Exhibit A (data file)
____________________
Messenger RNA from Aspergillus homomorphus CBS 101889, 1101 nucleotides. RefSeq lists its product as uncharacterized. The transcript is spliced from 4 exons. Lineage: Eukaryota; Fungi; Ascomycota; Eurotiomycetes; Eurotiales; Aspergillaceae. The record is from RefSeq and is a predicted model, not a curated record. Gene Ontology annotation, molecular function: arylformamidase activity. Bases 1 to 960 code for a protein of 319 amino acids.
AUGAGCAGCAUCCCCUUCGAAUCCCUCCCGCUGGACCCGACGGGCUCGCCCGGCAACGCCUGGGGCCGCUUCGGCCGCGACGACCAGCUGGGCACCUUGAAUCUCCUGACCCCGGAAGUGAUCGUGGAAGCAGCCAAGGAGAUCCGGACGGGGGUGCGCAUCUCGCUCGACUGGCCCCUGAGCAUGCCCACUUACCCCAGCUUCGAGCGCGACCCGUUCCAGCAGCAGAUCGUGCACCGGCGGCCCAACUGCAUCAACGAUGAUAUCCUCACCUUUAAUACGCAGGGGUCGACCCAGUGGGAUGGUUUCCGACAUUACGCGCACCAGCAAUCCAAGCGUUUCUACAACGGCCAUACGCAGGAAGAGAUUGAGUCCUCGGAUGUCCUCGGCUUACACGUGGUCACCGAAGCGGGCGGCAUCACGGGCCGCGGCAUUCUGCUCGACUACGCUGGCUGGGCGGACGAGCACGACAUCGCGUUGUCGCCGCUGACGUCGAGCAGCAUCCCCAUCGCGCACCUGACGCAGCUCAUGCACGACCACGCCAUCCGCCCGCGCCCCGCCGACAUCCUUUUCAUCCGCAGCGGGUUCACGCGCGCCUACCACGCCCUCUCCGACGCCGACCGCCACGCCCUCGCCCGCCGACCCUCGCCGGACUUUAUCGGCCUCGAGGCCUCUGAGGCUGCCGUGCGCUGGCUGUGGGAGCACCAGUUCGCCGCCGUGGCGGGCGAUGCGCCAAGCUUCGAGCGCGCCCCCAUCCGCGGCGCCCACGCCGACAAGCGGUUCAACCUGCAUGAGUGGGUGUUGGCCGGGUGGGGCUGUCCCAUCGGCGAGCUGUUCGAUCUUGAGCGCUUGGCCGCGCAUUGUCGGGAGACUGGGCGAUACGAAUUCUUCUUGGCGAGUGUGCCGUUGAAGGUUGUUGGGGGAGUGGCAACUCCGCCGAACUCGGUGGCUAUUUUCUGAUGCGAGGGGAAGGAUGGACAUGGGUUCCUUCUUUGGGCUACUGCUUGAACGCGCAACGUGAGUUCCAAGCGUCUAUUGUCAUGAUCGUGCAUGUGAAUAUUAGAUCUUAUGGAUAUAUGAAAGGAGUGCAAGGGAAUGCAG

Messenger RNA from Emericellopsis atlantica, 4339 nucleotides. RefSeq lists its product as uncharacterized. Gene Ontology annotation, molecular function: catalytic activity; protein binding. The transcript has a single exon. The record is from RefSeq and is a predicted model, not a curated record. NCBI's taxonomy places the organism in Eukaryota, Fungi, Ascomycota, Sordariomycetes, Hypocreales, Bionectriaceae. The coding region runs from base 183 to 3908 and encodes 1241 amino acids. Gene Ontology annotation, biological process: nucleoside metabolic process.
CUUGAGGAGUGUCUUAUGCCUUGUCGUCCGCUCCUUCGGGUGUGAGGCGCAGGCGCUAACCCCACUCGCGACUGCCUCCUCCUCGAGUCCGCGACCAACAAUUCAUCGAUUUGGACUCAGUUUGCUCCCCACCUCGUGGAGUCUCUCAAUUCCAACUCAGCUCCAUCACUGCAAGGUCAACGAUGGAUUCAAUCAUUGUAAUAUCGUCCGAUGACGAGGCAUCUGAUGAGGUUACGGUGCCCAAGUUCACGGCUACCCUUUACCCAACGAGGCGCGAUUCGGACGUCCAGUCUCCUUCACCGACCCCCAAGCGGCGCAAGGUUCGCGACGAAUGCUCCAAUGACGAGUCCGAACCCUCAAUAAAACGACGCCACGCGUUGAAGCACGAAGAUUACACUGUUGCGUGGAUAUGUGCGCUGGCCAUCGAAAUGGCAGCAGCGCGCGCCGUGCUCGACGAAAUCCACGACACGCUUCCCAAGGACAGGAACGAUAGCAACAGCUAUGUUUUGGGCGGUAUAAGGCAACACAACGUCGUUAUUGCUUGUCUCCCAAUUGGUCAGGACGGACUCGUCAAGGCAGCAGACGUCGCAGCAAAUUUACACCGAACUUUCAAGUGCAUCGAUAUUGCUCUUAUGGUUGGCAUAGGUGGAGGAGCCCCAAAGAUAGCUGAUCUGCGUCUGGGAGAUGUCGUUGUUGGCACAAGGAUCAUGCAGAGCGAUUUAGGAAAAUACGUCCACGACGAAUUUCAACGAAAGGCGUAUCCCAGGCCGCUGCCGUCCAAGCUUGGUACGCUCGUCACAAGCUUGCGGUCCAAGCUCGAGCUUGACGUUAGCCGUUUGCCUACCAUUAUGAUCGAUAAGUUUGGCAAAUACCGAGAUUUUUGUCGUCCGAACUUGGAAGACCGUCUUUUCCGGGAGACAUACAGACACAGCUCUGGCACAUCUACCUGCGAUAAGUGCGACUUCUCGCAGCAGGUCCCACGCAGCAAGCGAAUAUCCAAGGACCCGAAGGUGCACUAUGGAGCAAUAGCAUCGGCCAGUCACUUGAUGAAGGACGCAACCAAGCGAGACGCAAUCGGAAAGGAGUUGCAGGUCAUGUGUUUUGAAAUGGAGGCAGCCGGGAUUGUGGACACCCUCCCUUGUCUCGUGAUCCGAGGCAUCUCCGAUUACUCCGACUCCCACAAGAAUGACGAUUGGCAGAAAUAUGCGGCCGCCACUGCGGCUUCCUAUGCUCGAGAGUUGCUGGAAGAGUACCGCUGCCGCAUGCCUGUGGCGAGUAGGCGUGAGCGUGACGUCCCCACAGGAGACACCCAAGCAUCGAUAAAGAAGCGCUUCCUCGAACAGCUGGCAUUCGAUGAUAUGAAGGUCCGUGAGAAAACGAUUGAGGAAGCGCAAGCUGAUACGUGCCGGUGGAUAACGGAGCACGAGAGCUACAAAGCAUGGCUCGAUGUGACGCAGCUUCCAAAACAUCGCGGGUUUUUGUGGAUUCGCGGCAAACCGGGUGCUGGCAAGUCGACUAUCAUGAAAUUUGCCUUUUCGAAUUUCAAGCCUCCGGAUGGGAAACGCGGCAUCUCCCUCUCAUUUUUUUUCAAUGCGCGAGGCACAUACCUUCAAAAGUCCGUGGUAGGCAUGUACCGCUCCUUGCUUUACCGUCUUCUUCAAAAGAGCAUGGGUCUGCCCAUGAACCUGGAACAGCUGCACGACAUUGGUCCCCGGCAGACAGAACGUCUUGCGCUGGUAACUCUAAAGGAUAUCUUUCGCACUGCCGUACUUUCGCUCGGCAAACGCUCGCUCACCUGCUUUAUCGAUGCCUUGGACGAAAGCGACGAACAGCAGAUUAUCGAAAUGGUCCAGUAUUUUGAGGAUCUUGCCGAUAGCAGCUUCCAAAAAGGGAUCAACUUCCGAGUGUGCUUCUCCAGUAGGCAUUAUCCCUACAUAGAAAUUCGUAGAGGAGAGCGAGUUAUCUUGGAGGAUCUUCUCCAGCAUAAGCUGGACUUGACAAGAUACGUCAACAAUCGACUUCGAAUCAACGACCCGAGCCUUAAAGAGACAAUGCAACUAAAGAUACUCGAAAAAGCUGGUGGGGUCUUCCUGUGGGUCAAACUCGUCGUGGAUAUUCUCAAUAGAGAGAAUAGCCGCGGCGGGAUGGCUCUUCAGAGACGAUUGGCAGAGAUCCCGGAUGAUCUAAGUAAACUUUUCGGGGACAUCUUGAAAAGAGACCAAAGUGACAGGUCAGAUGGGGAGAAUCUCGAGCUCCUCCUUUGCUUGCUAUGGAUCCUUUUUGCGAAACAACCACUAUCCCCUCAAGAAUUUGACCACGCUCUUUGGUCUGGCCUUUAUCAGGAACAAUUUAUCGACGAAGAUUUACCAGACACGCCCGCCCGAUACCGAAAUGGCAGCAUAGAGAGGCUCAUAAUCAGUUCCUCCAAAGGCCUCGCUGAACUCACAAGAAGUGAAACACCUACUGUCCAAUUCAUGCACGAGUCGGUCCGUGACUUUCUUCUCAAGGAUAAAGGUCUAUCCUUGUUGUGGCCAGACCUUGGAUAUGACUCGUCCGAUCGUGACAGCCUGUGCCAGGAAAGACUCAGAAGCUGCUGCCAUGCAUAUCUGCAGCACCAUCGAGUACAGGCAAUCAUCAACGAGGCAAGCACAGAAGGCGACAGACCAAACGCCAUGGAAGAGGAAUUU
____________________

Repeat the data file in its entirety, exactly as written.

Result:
Messenger RNA from Aspergillus homomorphus CBS 101889, 1101 nucleotides. RefSeq lists its product as uncharacterized. The transcript is spliced from 4 exons. Lineage: Eukaryota; Fungi; Ascomycota; Eurotiomycetes; Eurotiales; Aspergillaceae. The record is from RefSeq and is a predicted model, not a curated record. Gene Ontology annotation, molecular function: arylformamidase activity. Bases 1 to 960 code for a protein of 319 amino acids.
AUGAGCAGCAUCCCCUUCGAAUCCCUCCCGCUGGACCCGACGGGCUCGCCCGGCAACGCCUGGGGCCGCUUCGGCCGCGACGACCAGCUGGGCACCUUGAAUCUCCUGACCCCGGAAGUGAUCGUGGAAGCAGCCAAGGAGAUCCGGACGGGGGUGCGCAUCUCGCUCGACUGGCCCCUGAGCAUGCCCACUUACCCCAGCUUCGAGCGCGACCCGUUCCAGCAGCAGAUCGUGCACCGGCGGCCCAACUGCAUCAACGAUGAUAUCCUCACCUUUAAUACGCAGGGGUCGACCCAGUGGGAUGGUUUCCGACAUUACGCGCACCAGCAAUCCAAGCGUUUCUACAACGGCCAUACGCAGGAAGAGAUUGAGUCCUCGGAUGUCCUCGGCUUACACGUGGUCACCGAAGCGGGCGGCAUCACGGGCCGCGGCAUUCUGCUCGACUACGCUGGCUGGGCGGACGAGCACGACAUCGCGUUGUCGCCGCUGACGUCGAGCAGCAUCCCCAUCGCGCACCUGACGCAGCUCAUGCACGACCACGCCAUCCGCCCGCGCCCCGCCGACAUCCUUUUCAUCCGCAGCGGGUUCACGCGCGCCUACCACGCCCUCUCCGACGCCGACCGCCACGCCCUCGCCCGCCGACCCUCGCCGGACUUUAUCGGCCUCGAGGCCUCUGAGGCUGCCGUGCGCUGGCUGUGGGAGCACCAGUUCGCCGCCGUGGCGGGCGAUGCGCCAAGCUUCGAGCGCGCCCCCAUCCGCGGCGCCCACGCCGACAAGCGGUUCAACCUGCAUGAGUGGGUGUUGGCCGGGUGGGGCUGUCCCAUCGGCGAGCUGUUCGAUCUUGAGCGCUUGGCCGCGCAUUGUCGGGAGACUGGGCGAUACGAAUUCUUCUUGGCGAGUGUGCCGUUGAAGGUUGUUGGGGGAGUGGCAACUCCGCCGAACUCGGUGGCUAUUUUCUGAUGCGAGGGGAAGGAUGGACAUGGGUUCCUUCUUUGGGCUACUGCUUGAACGCGCAACGUGAGUUCCAAGCGUCUAUUGUCAUGAUCGUGCAUGUGAAUAUUAGAUCUUAUGGAUAUAUGAAAGGAGUGCAAGGGAAUGCAG

Messenger RNA from Emericellopsis atlantica, 4339 nucleotides. RefSeq lists its product as uncharacterized. Gene Ontology annotation, molecular function: catalytic activity; protein binding. The transcript has a single exon. The record is from RefSeq and is a predicted model, not a curated record. NCBI's taxonomy places the organism in Eukaryota, Fungi, Ascomycota, Sordariomycetes, Hypocreales, Bionectriaceae. The coding region runs from base 183 to 3908 and encodes 1241 amino acids. Gene Ontology annotation, biological process: nucleoside metabolic process.
CUUGAGGAGUGUCUUAUGCCUUGUCGUCCGCUCCUUCGGGUGUGAGGCGCAGGCGCUAACCCCACUCGCGACUGCCUCCUCCUCGAGUCCGCGACCAACAAUUCAUCGAUUUGGACUCAGUUUGCUCCCCACCUCGUGGAGUCUCUCAAUUCCAACUCAGCUCCAUCACUGCAAGGUCAACGAUGGAUUCAAUCAUUGUAAUAUCGUCCGAUGACGAGGCAUCUGAUGAGGUUACGGUGCCCAAGUUCACGGCUACCCUUUACCCAACGAGGCGCGAUUCGGACGUCCAGUCUCCUUCACCGACCCCCAAGCGGCGCAAGGUUCGCGACGAAUGCUCCAAUGACGAGUCCGAACCCUCAAUAAAACGACGCCACGCGUUGAAGCACGAAGAUUACACUGUUGCGUGGAUAUGUGCGCUGGCCAUCGAAAUGGCAGCAGCGCGCGCCGUGCUCGACGAAAUCCACGACACGCUUCCCAAGGACAGGAACGAUAGCAACAGCUAUGUUUUGGGCGGUAUAAGGCAACACAACGUCGUUAUUGCUUGUCUCCCAAUUGGUCAGGACGGACUCGUCAAGGCAGCAGACGUCGCAGCAAAUUUACACCGAACUUUCAAGUGCAUCGAUAUUGCUCUUAUGGUUGGCAUAGGUGGAGGAGCCCCAAAGAUAGCUGAUCUGCGUCUGGGAGAUGUCGUUGUUGGCACAAGGAUCAUGCAGAGCGAUUUAGGAAAAUACGUCCACGACGAAUUUCAACGAAAGGCGUAUCCCAGGCCGCUGCCGUCCAAGCUUGGUACGCUCGUCACAAGCUUGCGGUCCAAGCUCGAGCUUGACGUUAGCCGUUUGCCUACCAUUAUGAUCGAUAAGUUUGGCAAAUACCGAGAUUUUUGUCGUCCGAACUUGGAAGACCGUCUUUUCCGGGAGACAUACAGACACAGCUCUGGCACAUCUACCUGCGAUAAGUGCGACUUCUCGCAGCAGGUCCCACGCAGCAAGCGAAUAUCCAAGGACCCGAAGGUGCACUAUGGAGCAAUAGCAUCGGCCAGUCACUUGAUGAAGGACGCAACCAAGCGAGACGCAAUCGGAAAGGAGUUGCAGGUCAUGUGUUUUGAAAUGGAGGCAGCCGGGAUUGUGGACACCCUCCCUUGUCUCGUGAUCCGAGGCAUCUCCGAUUACUCCGACUCCCACAAGAAUGACGAUUGGCAGAAAUAUGCGGCCGCCACUGCGGCUUCCUAUGCUCGAGAGUUGCUGGAAGAGUACCGCUGCCGCAUGCCUGUGGCGAGUAGGCGUGAGCGUGACGUCCCCACAGGAGACACCCAAGCAUCGAUAAAGAAGCGCUUCCUCGAACAGCUGGCAUUCGAUGAUAUGAAGGUCCGUGAGAAAACGAUUGAGGAAGCGCAAGCUGAUACGUGCCGGUGGAUAACGGAGCACGAGAGCUACAAAGCAUGGCUCGAUGUGACGCAGCUUCCAAAACAUCGCGGGUUUUUGUGGAUUCGCGGCAAACCGGGUGCUGGCAAGUCGACUAUCAUGAAAUUUGCCUUUUCGAAUUUCAAGCCUCCGGAUGGGAAACGCGGCAUCUCCCUCUCAUUUUUUUUCAAUGCGCGAGGCACAUACCUUCAAAAGUCCGUGGUAGGCAUGUACCGCUCCUUGCUUUACCGUCUUCUUCAAAAGAGCAUGGGUCUGCCCAUGAACCUGGAACAGCUGCACGACAUUGGUCCCCGGCAGACAGAACGUCUUGCGCUGGUAACUCUAAAGGAUAUCUUUCGCACUGCCGUACUUUCGCUCGGCAAACGCUCGCUCACCUGCUUUAUCGAUGCCUUGGACGAAAGCGACGAACAGCAGAUUAUCGAAAUGGUCCAGUAUUUUGAGGAUCUUGCCGAUAGCAGCUUCCAAAAAGGGAUCAACUUCCGAGUGUGCUUCUCCAGUAGGCAUUAUCCCUACAUAGAAAUUCGUAGAGGAGAGCGAGUUAUCUUGGAGGAUCUUCUCCAGCAUAAGCUGGACUUGACAAGAUACGUCAACAAUCGACUUCGAAUCAACGACCCGAGCCUUAAAGAGACAAUGCAACUAAAGAUACUCGAAAAAGCUGGUGGGGUCUUCCUGUGGGUCAAACUCGUCGUGGAUAUUCUCAAUAGAGAGAAUAGCCGCGGCGGGAUGGCUCUUCAGAGACGAUUGGCAGAGAUCCCGGAUGAUCUAAGUAAACUUUUCGGGGACAUCUUGAAAAGAGACCAAAGUGACAGGUCAGAUGGGGAGAAUCUCGAGCUCCUCCUUUGCUUGCUAUGGAUCCUUUUUGCGAAACAACCACUAUCCCCUCAAGAAUUUGACCACGCUCUUUGGUCUGGCCUUUAUCAGGAACAAUUUAUCGACGAAGAUUUACCAGACACGCCCGCCCGAUACCGAAAUGGCAGCAUAGAGAGGCUCAUAAUCAGUUCCUCCAAAGGCCUCGCUGAACUCACAAGAAGUGAAACACCUACUGUCCAAUUCAUGCACGAGUCGGUCCGUGACUUUCUUCUCAAGGAUAAAGGUCUAUCCUUGUUGUGGCCAGACCUUGGAUAUGACUCGUCCGAUCGUGACAGCCUGUGCCAGGAAAGACUCAGAAGCUGCUGCCAUGCAUAUCUGCAGCACCAUCGAGUACAGGCAAUCAUCAACGAGGCAAGCACAGAAGGCGACAGACCAAACGCCAUGGAAGAGGAAUUU